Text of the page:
A programmer is one of the first things to think of when starting to deal with microcontrollers. Luckily it is not hard to build a fully working programmer almost for any microcontroller as there are tons of open source projects around. So I decided to make an stk500 compatible programmer which is taken from tuxgraphics.com. I chose not to search for the same parts as in original schematics but use what’s on the desk. As a result, I got a mix of through hole and SMD soldered board that works great.
Short info about STK500 V2 programmer
This programmer is a clone of the original AVR STK500 programmer. It works on all leading platforms including Windows, Linux, BSD, and MacOS X. This is mainly because as USB to serial converter there is an FT232RL chip used with full driver support. Probably main reason to build it is that the programmer works in AVRstudio where microcontrollers can be programmed fluently from the same IDE. Also, it works fine with AVRDude – which would be the primary application for Linux users. This clone gained quite significant popularity so you can find lots of variations – mostly different PCB versions. So mine is yet another one PCB.
STK500 programmer hardware
As I mentioned this is quick build from parts found on the shelf, this isn’t the best PCB. Because it uses a mix of SMD and through hole parts. Anyway, it works as supposed so no problem with that at all. Let’s get into some details. I found an FT232BL chip that wasn’t used in some earlier project, so I decided to use it instead of newer FT232RL. It is a pretty same chip but the older generation. Additionally, you need to use external 6 MHz crystal and a couple more components. Drivers are still supported up to Win 7, so it can be even used actively.
Atmega8 is in DIP package which is easier to remove and program with other programmer – which can be a bit problem if building first programmer at all. Ask friends to program chip or use dirty parallel port programmer to flash it.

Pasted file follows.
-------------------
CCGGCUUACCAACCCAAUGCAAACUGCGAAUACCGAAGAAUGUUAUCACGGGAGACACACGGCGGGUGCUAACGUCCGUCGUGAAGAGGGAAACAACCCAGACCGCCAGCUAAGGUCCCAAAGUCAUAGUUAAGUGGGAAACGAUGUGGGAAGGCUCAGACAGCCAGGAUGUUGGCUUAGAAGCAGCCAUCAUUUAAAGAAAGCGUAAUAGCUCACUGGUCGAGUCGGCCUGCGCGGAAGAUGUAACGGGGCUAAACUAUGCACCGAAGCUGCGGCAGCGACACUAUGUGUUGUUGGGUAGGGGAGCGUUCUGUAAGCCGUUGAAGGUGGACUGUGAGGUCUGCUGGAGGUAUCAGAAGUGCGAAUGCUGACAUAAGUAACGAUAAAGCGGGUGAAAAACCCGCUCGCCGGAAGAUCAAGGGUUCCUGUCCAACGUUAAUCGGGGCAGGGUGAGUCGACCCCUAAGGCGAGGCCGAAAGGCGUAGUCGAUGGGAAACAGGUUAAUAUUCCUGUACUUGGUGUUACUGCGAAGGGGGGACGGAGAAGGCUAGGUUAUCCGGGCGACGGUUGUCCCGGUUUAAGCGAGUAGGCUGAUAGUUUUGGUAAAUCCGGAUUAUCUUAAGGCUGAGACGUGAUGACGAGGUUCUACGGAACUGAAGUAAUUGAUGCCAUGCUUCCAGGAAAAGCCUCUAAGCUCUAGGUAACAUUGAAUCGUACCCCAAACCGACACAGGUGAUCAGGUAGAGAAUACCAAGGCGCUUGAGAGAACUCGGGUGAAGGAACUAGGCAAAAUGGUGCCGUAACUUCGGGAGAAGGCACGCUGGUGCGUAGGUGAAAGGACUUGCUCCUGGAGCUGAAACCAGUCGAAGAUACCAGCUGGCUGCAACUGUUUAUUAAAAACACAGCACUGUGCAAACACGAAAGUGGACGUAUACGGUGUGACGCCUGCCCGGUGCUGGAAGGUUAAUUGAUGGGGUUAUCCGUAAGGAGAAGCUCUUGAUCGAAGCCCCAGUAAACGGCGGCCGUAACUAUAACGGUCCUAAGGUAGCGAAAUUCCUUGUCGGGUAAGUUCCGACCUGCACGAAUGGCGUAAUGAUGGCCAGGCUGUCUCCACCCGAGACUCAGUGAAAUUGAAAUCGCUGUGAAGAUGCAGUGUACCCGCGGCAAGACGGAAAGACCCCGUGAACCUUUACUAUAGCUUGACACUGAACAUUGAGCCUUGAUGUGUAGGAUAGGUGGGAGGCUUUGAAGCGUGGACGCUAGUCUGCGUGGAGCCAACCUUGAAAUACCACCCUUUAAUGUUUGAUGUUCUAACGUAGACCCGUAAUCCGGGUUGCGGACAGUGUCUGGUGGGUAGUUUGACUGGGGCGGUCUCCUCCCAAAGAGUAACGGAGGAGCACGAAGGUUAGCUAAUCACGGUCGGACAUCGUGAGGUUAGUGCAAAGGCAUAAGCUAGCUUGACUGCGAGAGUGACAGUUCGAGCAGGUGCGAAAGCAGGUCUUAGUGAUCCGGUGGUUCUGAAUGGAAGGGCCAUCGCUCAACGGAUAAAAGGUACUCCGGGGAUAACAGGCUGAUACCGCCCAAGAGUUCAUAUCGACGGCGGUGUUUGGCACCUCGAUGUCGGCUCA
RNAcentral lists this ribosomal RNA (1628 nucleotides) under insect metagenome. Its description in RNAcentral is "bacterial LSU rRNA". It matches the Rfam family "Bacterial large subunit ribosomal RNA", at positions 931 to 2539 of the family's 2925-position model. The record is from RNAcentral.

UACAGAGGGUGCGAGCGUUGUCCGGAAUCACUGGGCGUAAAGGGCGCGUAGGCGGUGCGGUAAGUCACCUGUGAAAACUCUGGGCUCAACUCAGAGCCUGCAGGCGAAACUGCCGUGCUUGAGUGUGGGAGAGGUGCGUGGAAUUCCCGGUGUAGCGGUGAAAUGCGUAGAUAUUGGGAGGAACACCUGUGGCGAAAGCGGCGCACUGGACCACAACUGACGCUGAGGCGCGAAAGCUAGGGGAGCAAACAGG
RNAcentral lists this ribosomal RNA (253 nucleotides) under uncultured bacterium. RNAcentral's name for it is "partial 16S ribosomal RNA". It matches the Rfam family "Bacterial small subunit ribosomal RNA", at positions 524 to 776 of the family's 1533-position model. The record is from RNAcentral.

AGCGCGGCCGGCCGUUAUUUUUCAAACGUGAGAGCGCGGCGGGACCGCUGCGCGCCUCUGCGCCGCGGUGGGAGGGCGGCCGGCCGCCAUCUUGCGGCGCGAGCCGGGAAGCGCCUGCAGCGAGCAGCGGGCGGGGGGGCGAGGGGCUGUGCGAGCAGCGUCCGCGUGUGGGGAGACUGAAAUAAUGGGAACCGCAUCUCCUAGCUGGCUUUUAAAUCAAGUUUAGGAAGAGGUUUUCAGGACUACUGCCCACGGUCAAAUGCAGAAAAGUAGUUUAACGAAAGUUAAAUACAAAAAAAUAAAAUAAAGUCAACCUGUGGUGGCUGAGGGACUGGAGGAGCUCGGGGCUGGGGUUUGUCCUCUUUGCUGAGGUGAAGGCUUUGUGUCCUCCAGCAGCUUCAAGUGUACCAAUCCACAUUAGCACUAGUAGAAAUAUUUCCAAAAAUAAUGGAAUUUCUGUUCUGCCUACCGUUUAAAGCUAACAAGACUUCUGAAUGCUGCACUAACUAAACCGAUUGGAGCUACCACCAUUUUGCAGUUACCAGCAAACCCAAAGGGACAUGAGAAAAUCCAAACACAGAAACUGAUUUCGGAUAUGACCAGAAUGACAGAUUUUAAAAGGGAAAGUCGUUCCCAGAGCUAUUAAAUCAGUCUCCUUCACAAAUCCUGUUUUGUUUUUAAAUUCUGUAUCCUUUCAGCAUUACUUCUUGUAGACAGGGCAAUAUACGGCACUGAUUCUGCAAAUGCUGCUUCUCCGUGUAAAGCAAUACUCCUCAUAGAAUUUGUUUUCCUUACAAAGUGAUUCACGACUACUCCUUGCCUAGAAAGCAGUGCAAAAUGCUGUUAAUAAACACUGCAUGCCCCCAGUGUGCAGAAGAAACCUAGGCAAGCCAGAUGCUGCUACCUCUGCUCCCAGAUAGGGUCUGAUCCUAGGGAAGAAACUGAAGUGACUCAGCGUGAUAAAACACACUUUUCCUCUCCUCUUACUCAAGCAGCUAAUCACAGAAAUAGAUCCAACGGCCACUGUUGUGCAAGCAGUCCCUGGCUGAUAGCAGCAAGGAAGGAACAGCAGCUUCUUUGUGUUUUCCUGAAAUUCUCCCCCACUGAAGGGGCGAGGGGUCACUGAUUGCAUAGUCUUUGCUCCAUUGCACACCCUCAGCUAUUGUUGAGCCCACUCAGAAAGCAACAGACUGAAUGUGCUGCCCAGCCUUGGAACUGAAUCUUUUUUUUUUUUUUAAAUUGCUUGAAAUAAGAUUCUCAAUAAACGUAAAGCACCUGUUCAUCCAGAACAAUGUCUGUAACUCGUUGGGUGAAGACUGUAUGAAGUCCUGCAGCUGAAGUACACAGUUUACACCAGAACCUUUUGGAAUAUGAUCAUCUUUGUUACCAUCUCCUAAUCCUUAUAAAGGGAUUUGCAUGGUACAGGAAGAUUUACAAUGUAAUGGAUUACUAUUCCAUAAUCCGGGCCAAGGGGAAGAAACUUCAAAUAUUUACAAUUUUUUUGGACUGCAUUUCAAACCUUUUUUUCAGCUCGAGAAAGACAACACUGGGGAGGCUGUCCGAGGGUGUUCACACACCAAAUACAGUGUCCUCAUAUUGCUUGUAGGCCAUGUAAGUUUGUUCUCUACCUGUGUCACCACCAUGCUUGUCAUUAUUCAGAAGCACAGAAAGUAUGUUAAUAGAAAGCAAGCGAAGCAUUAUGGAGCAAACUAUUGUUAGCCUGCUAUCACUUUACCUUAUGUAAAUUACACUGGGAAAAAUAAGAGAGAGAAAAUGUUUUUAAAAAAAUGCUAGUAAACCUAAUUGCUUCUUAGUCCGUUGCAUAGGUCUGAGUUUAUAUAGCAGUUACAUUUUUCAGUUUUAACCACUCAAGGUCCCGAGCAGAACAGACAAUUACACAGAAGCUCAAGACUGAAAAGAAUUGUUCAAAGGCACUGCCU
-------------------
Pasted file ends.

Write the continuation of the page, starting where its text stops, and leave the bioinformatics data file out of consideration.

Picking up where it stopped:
In this programmer, I used a USB miniB SMD Connector that came to my hands. There are also solder holes left if you decide to solder a USB cable directly. The programmer has ten pin and six pin programmer headers. I usually use six pin ISP header, so I made cable only for this one.
As I mentioned – you need to program ATmega8 first before use. Latest firmware for it can be found here. And don’t forget to set fuse bits correctly. FYI fuse bits in PopnyProg should be as follows:
Or pass them to AVRdude as follows:
Low byte: 0xEE;
High byte: 0xE9.
Running programmer on AVRStudio
When running programmer in AVRStudio, select STK500 platform and COM port which was to USB – serial converter assigned. In my case it is COM5. After clicking Connect… it suggests to upgrade programmer firmware – skip by pressing Cancel as upgrade function won’t work for it. Next screen you’ll see is an STk500 programming dialog where you can select device and program it.
Just a little note about ISP mode settings! If you are trying to flash new AVR where default 1MHz clock is running, you should select proper ISP frequency as it has to be less than ¼ the target.
To flash 1MHz Atmega you should go with 115.2 kHz while 8MHz will do fine with 1.845 MHz.
Download project files: stk500usb